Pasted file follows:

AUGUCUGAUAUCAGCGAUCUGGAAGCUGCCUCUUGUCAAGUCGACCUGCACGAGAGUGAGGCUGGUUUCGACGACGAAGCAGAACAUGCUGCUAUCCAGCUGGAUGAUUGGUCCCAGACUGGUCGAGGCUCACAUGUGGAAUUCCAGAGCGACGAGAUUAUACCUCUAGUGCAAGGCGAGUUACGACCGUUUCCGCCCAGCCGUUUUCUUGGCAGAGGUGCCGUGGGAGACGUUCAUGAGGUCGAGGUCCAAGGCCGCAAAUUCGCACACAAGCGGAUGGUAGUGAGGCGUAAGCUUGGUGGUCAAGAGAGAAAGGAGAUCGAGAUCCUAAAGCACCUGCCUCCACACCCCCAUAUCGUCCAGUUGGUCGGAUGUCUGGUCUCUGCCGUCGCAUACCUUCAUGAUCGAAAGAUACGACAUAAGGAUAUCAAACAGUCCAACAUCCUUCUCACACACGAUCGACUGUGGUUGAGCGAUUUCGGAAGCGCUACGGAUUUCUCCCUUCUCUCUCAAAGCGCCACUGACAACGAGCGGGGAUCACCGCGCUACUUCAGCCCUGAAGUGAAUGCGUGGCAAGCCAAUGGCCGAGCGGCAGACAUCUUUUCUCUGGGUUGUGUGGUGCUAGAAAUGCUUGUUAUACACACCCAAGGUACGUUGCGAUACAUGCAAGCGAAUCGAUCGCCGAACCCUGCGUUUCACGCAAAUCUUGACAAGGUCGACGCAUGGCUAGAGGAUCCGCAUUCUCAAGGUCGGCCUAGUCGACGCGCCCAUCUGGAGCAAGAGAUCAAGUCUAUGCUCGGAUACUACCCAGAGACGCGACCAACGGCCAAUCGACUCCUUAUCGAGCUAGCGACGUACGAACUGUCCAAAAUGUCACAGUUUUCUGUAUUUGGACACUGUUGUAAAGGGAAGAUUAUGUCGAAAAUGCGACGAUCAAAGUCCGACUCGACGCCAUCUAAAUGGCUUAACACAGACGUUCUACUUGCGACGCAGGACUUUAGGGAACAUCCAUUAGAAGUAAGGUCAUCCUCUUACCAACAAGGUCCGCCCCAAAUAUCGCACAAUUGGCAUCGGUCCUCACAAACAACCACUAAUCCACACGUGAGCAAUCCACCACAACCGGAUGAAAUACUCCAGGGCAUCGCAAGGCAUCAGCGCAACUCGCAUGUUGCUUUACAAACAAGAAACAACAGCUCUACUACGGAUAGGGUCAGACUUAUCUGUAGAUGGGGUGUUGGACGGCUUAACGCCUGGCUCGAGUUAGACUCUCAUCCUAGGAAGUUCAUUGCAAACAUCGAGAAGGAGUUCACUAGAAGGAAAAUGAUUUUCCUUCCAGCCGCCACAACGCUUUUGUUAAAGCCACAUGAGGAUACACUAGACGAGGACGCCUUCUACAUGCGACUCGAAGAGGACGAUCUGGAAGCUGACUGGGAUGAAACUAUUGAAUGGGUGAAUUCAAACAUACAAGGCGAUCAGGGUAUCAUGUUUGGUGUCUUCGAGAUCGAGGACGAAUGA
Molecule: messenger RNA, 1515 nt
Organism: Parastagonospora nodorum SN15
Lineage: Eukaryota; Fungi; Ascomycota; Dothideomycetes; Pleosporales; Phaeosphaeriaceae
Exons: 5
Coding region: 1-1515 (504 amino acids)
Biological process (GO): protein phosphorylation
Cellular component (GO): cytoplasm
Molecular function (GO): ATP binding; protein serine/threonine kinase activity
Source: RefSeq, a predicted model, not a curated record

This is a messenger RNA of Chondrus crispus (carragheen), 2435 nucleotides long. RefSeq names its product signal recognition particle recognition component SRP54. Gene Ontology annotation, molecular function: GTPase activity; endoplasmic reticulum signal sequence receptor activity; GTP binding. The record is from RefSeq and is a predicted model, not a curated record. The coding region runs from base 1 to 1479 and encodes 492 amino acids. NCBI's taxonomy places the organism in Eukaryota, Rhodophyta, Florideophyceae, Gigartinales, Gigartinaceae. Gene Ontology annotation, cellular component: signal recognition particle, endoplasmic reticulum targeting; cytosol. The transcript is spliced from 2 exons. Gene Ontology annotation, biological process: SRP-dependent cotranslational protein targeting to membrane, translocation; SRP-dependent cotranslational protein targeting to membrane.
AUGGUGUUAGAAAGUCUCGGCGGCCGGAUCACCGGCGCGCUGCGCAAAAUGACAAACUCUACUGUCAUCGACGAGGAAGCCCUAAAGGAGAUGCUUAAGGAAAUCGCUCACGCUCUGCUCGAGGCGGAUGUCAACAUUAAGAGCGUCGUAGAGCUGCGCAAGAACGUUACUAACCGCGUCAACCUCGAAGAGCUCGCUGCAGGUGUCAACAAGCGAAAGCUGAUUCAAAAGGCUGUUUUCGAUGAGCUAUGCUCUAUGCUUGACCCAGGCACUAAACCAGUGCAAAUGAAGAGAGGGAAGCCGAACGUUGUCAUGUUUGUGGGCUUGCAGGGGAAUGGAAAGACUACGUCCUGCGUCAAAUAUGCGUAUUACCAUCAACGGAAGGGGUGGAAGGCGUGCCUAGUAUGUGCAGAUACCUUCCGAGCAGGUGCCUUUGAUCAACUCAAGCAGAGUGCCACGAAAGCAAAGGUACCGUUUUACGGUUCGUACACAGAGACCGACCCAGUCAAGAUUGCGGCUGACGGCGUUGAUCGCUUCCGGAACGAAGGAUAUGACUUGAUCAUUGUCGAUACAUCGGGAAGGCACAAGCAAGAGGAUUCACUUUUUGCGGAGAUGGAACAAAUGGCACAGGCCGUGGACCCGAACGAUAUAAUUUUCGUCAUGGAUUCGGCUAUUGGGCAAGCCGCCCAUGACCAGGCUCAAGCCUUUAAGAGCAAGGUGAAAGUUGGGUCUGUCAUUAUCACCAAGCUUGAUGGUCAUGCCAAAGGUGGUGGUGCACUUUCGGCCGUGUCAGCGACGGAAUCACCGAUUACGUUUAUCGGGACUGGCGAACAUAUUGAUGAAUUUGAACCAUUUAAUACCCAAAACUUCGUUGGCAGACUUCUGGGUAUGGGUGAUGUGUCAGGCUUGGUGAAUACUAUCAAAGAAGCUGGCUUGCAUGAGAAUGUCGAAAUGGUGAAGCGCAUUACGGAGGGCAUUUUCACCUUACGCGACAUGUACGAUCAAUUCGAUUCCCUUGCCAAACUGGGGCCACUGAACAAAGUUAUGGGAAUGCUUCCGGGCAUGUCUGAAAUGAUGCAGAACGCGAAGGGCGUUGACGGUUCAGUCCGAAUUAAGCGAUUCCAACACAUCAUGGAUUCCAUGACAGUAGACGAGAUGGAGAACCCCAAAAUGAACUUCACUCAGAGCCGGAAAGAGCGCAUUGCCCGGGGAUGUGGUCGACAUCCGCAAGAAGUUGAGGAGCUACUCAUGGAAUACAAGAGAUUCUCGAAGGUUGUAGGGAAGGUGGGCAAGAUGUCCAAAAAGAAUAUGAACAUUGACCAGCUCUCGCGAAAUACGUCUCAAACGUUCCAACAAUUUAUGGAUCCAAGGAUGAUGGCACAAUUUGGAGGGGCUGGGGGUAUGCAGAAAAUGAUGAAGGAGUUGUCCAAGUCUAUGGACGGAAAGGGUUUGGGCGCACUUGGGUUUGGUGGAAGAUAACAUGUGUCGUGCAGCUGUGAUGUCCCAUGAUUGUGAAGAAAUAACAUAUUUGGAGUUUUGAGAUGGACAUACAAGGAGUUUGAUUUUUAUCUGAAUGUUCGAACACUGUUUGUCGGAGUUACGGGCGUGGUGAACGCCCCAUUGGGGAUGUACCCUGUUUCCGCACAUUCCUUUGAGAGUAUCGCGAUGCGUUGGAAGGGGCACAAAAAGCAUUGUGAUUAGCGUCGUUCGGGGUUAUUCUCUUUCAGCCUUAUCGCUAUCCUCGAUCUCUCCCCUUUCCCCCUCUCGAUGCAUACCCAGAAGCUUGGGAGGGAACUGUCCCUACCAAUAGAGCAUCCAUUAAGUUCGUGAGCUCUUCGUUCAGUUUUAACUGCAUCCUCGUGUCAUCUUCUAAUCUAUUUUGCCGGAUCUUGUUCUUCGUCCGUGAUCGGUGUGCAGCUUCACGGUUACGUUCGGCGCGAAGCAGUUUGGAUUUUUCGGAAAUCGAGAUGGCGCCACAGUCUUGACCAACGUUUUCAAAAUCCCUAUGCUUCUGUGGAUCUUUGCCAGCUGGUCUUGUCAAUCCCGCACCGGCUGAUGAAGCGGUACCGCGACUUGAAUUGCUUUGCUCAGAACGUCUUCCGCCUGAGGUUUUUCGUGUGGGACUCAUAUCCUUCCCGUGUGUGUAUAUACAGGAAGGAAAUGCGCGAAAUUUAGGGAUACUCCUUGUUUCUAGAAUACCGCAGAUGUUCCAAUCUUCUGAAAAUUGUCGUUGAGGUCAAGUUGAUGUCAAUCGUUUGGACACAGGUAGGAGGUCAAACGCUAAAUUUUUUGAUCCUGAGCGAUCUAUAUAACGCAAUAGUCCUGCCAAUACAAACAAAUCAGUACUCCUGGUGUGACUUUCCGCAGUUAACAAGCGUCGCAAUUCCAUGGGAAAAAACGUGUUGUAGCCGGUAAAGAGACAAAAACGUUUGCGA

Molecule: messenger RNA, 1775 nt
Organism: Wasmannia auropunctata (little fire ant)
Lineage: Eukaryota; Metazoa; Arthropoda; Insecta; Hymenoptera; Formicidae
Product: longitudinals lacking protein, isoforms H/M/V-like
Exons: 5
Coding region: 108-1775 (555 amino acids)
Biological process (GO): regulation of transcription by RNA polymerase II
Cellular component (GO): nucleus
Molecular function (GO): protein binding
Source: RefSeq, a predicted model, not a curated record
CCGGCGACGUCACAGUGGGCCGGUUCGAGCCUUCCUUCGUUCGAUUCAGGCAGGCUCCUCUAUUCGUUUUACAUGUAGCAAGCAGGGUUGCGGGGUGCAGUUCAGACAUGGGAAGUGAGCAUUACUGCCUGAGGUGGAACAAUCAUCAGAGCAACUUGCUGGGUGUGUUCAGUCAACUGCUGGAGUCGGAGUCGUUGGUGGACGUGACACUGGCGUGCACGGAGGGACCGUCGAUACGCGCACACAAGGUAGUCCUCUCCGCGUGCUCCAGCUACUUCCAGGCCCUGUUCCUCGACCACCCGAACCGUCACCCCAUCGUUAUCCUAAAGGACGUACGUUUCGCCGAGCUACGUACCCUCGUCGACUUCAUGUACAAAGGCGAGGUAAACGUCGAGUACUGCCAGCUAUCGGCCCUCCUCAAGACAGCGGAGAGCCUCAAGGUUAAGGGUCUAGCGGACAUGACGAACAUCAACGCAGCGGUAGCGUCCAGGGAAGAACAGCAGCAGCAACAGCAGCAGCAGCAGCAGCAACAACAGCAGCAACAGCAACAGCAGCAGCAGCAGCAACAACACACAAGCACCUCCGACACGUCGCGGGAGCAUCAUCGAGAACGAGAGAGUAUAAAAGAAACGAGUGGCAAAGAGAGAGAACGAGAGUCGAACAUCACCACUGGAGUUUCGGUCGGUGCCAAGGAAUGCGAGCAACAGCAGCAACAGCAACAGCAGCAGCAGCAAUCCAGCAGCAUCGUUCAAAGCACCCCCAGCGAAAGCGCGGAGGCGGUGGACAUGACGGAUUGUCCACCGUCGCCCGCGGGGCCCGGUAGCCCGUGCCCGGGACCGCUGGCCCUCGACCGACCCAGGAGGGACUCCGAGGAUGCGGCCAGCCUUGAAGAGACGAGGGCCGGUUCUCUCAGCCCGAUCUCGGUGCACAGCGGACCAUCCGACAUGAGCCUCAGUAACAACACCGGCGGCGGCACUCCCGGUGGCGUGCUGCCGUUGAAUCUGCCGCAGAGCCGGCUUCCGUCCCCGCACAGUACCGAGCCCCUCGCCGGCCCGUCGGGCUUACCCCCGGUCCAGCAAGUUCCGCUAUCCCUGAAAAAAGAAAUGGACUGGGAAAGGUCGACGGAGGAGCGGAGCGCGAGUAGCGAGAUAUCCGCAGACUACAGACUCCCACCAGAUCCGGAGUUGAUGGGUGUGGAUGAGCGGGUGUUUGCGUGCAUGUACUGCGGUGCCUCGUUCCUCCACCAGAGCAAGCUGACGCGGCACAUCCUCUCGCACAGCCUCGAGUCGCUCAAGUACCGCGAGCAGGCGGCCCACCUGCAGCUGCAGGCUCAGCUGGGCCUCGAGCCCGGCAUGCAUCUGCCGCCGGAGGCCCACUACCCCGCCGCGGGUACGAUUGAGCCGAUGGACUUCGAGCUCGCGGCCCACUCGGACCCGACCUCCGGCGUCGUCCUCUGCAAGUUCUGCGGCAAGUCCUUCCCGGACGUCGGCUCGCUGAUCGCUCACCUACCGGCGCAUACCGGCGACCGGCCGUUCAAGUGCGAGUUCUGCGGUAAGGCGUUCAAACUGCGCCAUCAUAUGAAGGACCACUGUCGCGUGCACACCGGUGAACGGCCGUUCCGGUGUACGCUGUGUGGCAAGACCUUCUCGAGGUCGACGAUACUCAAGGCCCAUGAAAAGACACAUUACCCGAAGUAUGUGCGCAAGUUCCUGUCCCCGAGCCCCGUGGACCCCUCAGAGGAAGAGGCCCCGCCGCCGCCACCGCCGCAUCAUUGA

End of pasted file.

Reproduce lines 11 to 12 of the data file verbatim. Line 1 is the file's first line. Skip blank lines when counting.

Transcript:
This is a messenger RNA of Chondrus crispus (carragheen), 2435 nucleotides long. RefSeq names its product signal recognition particle recognition component SRP54. Gene Ontology annotation, molecular function: GTPase activity; endoplasmic reticulum signal sequence receptor activity; GTP binding. The record is from RefSeq and is a predicted model, not a curated record. The coding region runs from base 1 to 1479 and encodes 492 amino acids. NCBI's taxonomy places the organism in Eukaryota, Rhodophyta, Florideophyceae, Gigartinales, Gigartinaceae. Gene Ontology annotation, cellular component: signal recognition particle, endoplasmic reticulum targeting; cytosol. The transcript is spliced from 2 exons. Gene Ontology annotation, biological process: SRP-dependent cotranslational protein targeting to membrane, translocation; SRP-dependent cotranslational protein targeting to membrane.
AUGGUGUUAGAAAGUCUCGGCGGCCGGAUCACCGGCGCGCUGCGCAAAAUGACAAACUCUACUGUCAUCGACGAGGAAGCCCUAAAGGAGAUGCUUAAGGAAAUCGCUCACGCUCUGCUCGAGGCGGAUGUCAACAUUAAGAGCGUCGUAGAGCUGCGCAAGAACGUUACUAACCGCGUCAACCUCGAAGAGCUCGCUGCAGGUGUCAACAAGCGAAAGCUGAUUCAAAAGGCUGUUUUCGAUGAGCUAUGCUCUAUGCUUGACCCAGGCACUAAACCAGUGCAAAUGAAGAGAGGGAAGCCGAACGUUGUCAUGUUUGUGGGCUUGCAGGGGAAUGGAAAGACUACGUCCUGCGUCAAAUAUGCGUAUUACCAUCAACGGAAGGGGUGGAAGGCGUGCCUAGUAUGUGCAGAUACCUUCCGAGCAGGUGCCUUUGAUCAACUCAAGCAGAGUGCCACGAAAGCAAAGGUACCGUUUUACGGUUCGUACACAGAGACCGACCCAGUCAAGAUUGCGGCUGACGGCGUUGAUCGCUUCCGGAACGAAGGAUAUGACUUGAUCAUUGUCGAUACAUCGGGAAGGCACAAGCAAGAGGAUUCACUUUUUGCGGAGAUGGAACAAAUGGCACAGGCCGUGGACCCGAACGAUAUAAUUUUCGUCAUGGAUUCGGCUAUUGGGCAAGCCGCCCAUGACCAGGCUCAAGCCUUUAAGAGCAAGGUGAAAGUUGGGUCUGUCAUUAUCACCAAGCUUGAUGGUCAUGCCAAAGGUGGUGGUGCACUUUCGGCCGUGUCAGCGACGGAAUCACCGAUUACGUUUAUCGGGACUGGCGAACAUAUUGAUGAAUUUGAACCAUUUAAUACCCAAAACUUCGUUGGCAGACUUCUGGGUAUGGGUGAUGUGUCAGGCUUGGUGAAUACUAUCAAAGAAGCUGGCUUGCAUGAGAAUGUCGAAAUGGUGAAGCGCAUUACGGAGGGCAUUUUCACCUUACGCGACAUGUACGAUCAAUUCGAUUCCCUUGCCAAACUGGGGCCACUGAACAAAGUUAUGGGAAUGCUUCCGGGCAUGUCUGAAAUGAUGCAGAACGCGAAGGGCGUUGACGGUUCAGUCCGAAUUAAGCGAUUCCAACACAUCAUGGAUUCCAUGACAGUAGACGAGAUGGAGAACCCCAAAAUGAACUUCACUCAGAGCCGGAAAGAGCGCAUUGCCCGGGGAUGUGGUCGACAUCCGCAAGAAGUUGAGGAGCUACUCAUGGAAUACAAGAGAUUCUCGAAGGUUGUAGGGAAGGUGGGCAAGAUGUCCAAAAAGAAUAUGAACAUUGACCAGCUCUCGCGAAAUACGUCUCAAACGUUCCAACAAUUUAUGGAUCCAAGGAUGAUGGCACAAUUUGGAGGGGCUGGGGGUAUGCAGAAAAUGAUGAAGGAGUUGUCCAAGUCUAUGGACGGAAAGGGUUUGGGCGCACUUGGGUUUGGUGGAAGAUAACAUGUGUCGUGCAGCUGUGAUGUCCCAUGAUUGUGAAGAAAUAACAUAUUUGGAGUUUUGAGAUGGACAUACAAGGAGUUUGAUUUUUAUCUGAAUGUUCGAACACUGUUUGUCGGAGUUACGGGCGUGGUGAACGCCCCAUUGGGGAUGUACCCUGUUUCCGCACAUUCCUUUGAGAGUAUCGCGAUGCGUUGGAAGGGGCACAAAAAGCAUUGUGAUUAGCGUCGUUCGGGGUUAUUCUCUUUCAGCCUUAUCGCUAUCCUCGAUCUCUCCCCUUUCCCCCUCUCGAUGCAUACCCAGAAGCUUGGGAGGGAACUGUCCCUACCAAUAGAGCAUCCAUUAAGUUCGUGAGCUCUUCGUUCAGUUUUAACUGCAUCCUCGUGUCAUCUUCUAAUCUAUUUUGCCGGAUCUUGUUCUUCGUCCGUGAUCGGUGUGCAGCUUCACGGUUACGUUCGGCGCGAAGCAGUUUGGAUUUUUCGGAAAUCGAGAUGGCGCCACAGUCUUGACCAACGUUUUCAAAAUCCCUAUGCUUCUGUGGAUCUUUGCCAGCUGGUCUUGUCAAUCCCGCACCGGCUGAUGAAGCGGUACCGCGACUUGAAUUGCUUUGCUCAGAACGUCUUCCGCCUGAGGUUUUUCGUGUGGGACUCAUAUCCUUCCCGUGUGUGUAUAUACAGGAAGGAAAUGCGCGAAAUUUAGGGAUACUCCUUGUUUCUAGAAUACCGCAGAUGUUCCAAUCUUCUGAAAAUUGUCGUUGAGGUCAAGUUGAUGUCAAUCGUUUGGACACAGGUAGGAGGUCAAACGCUAAAUUUUUUGAUCCUGAGCGAUCUAUAUAACGCAAUAGUCCUGCCAAUACAAACAAAUCAGUACUCCUGGUGUGACUUUCCGCAGUUAACAAGCGUCGCAAUUCCAUGGGAAAAAACGUGUUGUAGCCGGUAAAGAGACAAAAACGUUUGCGA